• Teachers gain 2 percent pay increase
By Jenny Neyman
Bargaining teams for the Kenai Peninsula Borough School District and the Kenai Peninsula Education and Education Support Associations reached a tentative agreement on a three-year contract Thursday, after 14 months of negotiations. The contract now will go to a vote of the associations’ memberships and the KPBSD Board of Education. If approved, it will go into effect retroactively from July 1, 2012 and extend through June 30, 2015.
Neither team expressed elation over where the contract ended up, but both said it was an agreement they could live with.
“I think we’re comfortable with where we settled,” said Sean Dusek, KPSBD assistant superintendent of instruction. “We’re going to have to take a close look at our finances over the years. Costs continue to grow and this is a publicly funded enterprise and we need to be fiscally responsible, so that’s always going to be part of the equation.”
“We had to work the language to the point where the bargaining team felt like this is as good as it’s going to get for us right now. We need to go out and answer questions and let the membership decide,” said LaDawn Druce, president of KPEA.
Negotiations began in January 2012, went through mediation last spring and nonbinding arbitration this fall. The release of the arbitrator’s report in December helped move things forward on the highest-dollar sticking points, salary and health care.
The contract the teams signed off on Thursday largely follows the arbitrator’s recommendations, including:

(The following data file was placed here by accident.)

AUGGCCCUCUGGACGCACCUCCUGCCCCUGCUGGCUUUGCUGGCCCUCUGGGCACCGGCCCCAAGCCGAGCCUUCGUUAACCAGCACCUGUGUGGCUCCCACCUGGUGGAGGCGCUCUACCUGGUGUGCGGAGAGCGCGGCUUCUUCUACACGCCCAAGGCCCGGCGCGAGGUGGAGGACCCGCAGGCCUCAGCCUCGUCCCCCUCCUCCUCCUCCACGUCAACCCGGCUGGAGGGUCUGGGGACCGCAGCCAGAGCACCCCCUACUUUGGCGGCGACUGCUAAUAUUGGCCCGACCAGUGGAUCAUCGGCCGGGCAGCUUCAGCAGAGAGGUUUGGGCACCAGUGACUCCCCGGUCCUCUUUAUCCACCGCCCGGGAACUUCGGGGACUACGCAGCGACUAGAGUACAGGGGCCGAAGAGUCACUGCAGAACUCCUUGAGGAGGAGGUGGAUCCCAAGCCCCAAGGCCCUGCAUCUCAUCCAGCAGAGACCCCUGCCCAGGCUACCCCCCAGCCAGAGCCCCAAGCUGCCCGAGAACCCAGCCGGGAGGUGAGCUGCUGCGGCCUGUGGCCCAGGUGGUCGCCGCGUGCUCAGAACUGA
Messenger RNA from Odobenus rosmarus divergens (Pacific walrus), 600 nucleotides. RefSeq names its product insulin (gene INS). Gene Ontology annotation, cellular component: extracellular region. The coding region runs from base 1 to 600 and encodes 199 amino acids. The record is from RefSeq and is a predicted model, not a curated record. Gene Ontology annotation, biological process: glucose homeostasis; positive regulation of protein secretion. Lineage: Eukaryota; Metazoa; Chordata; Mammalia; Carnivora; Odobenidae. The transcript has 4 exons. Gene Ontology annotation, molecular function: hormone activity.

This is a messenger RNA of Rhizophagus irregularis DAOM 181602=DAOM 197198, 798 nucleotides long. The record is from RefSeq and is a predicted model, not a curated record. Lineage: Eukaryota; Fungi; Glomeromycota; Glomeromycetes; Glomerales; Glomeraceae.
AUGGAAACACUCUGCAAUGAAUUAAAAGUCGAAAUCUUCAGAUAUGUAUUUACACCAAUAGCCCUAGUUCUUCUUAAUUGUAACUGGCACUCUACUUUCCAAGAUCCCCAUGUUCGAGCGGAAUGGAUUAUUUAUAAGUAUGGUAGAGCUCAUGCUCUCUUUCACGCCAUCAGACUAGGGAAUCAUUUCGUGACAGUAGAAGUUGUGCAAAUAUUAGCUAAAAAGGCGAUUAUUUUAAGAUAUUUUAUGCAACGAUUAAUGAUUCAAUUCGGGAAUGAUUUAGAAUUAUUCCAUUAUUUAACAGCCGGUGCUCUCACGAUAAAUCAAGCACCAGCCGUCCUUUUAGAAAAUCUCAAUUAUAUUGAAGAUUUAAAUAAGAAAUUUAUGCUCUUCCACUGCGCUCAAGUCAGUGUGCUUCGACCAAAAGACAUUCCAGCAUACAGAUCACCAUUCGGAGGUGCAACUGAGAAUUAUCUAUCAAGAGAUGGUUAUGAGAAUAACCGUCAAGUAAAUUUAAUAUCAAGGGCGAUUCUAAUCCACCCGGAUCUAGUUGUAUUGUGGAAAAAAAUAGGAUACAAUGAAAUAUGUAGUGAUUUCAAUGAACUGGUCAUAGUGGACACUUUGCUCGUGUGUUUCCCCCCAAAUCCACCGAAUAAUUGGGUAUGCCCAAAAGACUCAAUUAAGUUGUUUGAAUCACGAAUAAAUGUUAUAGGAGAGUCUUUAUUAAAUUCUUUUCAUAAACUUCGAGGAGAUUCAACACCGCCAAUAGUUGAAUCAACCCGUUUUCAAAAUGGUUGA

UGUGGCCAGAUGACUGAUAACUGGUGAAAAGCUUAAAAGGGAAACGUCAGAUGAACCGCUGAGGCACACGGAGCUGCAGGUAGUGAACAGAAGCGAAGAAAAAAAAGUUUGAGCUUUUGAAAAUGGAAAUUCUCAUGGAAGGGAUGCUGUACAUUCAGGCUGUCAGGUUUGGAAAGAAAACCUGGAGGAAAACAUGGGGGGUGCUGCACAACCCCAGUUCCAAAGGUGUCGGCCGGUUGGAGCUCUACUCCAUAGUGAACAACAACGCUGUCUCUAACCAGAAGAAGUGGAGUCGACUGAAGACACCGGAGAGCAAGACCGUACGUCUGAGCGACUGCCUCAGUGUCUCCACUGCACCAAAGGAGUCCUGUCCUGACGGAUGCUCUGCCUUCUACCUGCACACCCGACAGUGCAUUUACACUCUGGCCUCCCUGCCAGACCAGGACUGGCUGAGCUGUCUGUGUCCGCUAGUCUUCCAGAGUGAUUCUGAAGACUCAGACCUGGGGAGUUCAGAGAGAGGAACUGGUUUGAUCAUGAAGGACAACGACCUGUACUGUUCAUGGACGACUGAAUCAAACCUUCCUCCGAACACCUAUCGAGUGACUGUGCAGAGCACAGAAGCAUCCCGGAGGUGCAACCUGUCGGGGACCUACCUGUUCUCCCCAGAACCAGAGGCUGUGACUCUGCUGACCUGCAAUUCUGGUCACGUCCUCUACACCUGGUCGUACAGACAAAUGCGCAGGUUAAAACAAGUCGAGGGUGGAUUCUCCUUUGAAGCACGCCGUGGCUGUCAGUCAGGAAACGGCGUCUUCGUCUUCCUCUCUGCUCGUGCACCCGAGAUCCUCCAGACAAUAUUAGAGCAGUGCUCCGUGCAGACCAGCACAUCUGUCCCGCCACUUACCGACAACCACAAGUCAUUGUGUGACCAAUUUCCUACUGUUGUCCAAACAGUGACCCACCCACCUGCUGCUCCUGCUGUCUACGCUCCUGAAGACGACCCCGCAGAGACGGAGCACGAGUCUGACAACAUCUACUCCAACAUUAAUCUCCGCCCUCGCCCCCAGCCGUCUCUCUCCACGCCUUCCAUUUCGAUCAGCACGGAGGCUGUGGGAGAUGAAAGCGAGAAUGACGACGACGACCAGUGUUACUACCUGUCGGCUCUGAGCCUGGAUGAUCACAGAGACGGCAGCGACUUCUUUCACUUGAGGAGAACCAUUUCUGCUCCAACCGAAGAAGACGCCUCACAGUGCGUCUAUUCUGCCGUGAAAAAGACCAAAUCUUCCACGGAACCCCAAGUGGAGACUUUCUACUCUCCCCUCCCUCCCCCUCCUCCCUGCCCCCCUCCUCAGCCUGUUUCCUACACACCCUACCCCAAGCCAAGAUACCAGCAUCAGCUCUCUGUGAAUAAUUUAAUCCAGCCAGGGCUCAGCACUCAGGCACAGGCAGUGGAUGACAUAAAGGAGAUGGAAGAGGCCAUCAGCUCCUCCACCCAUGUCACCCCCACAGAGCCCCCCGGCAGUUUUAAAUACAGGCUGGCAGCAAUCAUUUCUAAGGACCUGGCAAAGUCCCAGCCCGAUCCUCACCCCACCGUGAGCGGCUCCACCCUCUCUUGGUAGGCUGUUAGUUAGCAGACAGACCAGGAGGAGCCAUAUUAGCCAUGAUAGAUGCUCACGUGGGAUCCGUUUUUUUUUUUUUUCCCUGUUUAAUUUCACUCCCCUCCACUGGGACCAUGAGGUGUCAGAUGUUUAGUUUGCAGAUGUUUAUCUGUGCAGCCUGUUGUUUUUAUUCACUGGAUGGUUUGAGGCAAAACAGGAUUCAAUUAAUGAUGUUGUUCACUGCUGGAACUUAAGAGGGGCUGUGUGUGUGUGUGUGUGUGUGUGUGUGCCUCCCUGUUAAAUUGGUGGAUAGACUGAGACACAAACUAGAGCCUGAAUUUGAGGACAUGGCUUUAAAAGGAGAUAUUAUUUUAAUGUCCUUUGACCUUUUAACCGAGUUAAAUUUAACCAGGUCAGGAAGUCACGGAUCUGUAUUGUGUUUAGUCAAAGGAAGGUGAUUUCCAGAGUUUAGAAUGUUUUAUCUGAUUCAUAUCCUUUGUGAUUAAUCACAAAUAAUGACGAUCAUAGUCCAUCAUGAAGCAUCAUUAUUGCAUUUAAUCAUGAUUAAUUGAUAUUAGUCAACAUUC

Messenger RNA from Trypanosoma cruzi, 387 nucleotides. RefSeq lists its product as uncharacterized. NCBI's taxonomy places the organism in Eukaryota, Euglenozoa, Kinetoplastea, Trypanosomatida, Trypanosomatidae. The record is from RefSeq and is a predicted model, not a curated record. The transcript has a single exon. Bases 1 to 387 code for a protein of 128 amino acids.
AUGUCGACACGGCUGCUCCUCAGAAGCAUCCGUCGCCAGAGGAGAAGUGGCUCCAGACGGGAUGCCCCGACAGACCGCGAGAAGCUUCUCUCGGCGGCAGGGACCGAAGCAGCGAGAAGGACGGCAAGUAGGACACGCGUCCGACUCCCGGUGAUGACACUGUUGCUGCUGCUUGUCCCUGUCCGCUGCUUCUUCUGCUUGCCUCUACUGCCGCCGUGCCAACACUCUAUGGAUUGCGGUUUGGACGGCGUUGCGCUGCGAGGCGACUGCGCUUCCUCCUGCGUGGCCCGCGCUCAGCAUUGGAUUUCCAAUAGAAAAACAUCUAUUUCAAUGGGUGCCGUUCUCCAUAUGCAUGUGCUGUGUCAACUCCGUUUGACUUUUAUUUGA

• 2 percent pay increase per year.
• A change in health care contributions, with the district shouldering more of the cost of the self-funded system. In the first year the district will pay 80 percent of the costs and employees 20 percent, moving to a 83 percent-17 percent split in year two and a 85 percent-15 percent split in year three.
• Elimination of a 50-50 split of costs overruns in health care. Now any cost overruns will be split at the same ratio as funding the health insurance system.
• Elimination of monthly employee contributions for dependent and spouse health care coverage.
The only deviation was in the structure, function and purview of the Health Care Committee, which determines plan benefits. The district wanted greater say in the committee, since it was taking on more financial burden for health care costs. The terms agreed to call for three members of the committee to be district employees appointed by the superintendent. Further, the committee must vote on any proposed changes in benefits or increases in administrative expenses, with an 80 percent majority required for passage of motions.
“We’re pleased with pieces that we were passionate about. We definitely felt strongly about the committee and needing to be a part of that decision making, and that ended up happening,” Dusek said.
Hammering out the details of committee membership dominated several negotiation sessions, with discussions sometimes centering on just one word.
Druce said that such specificity was important to the associations because they felt blindsided by the district proposing to change the committee a year into negotiations — the first proposal regarding the committee came Jan. 22, after the arbitrator’s response was released in December 2012.
“We know that health care can play such a major part in (employees’) livelihood. They had said all along, ‘A raise is great but if we cannot control our health care costs we don’t see the benefits of that raise.’ So to have a totally different mechanism put into place for that in terms of that committee, we had to scrutinize it for what it could look like. Our lens is through representing our employees in the best possible way.”
The associations will now meet with members to present the terms of the contract and answer questions. Electronic voting will be held April 1.
The final contract must also go before the school board for approval before it can go into effect.
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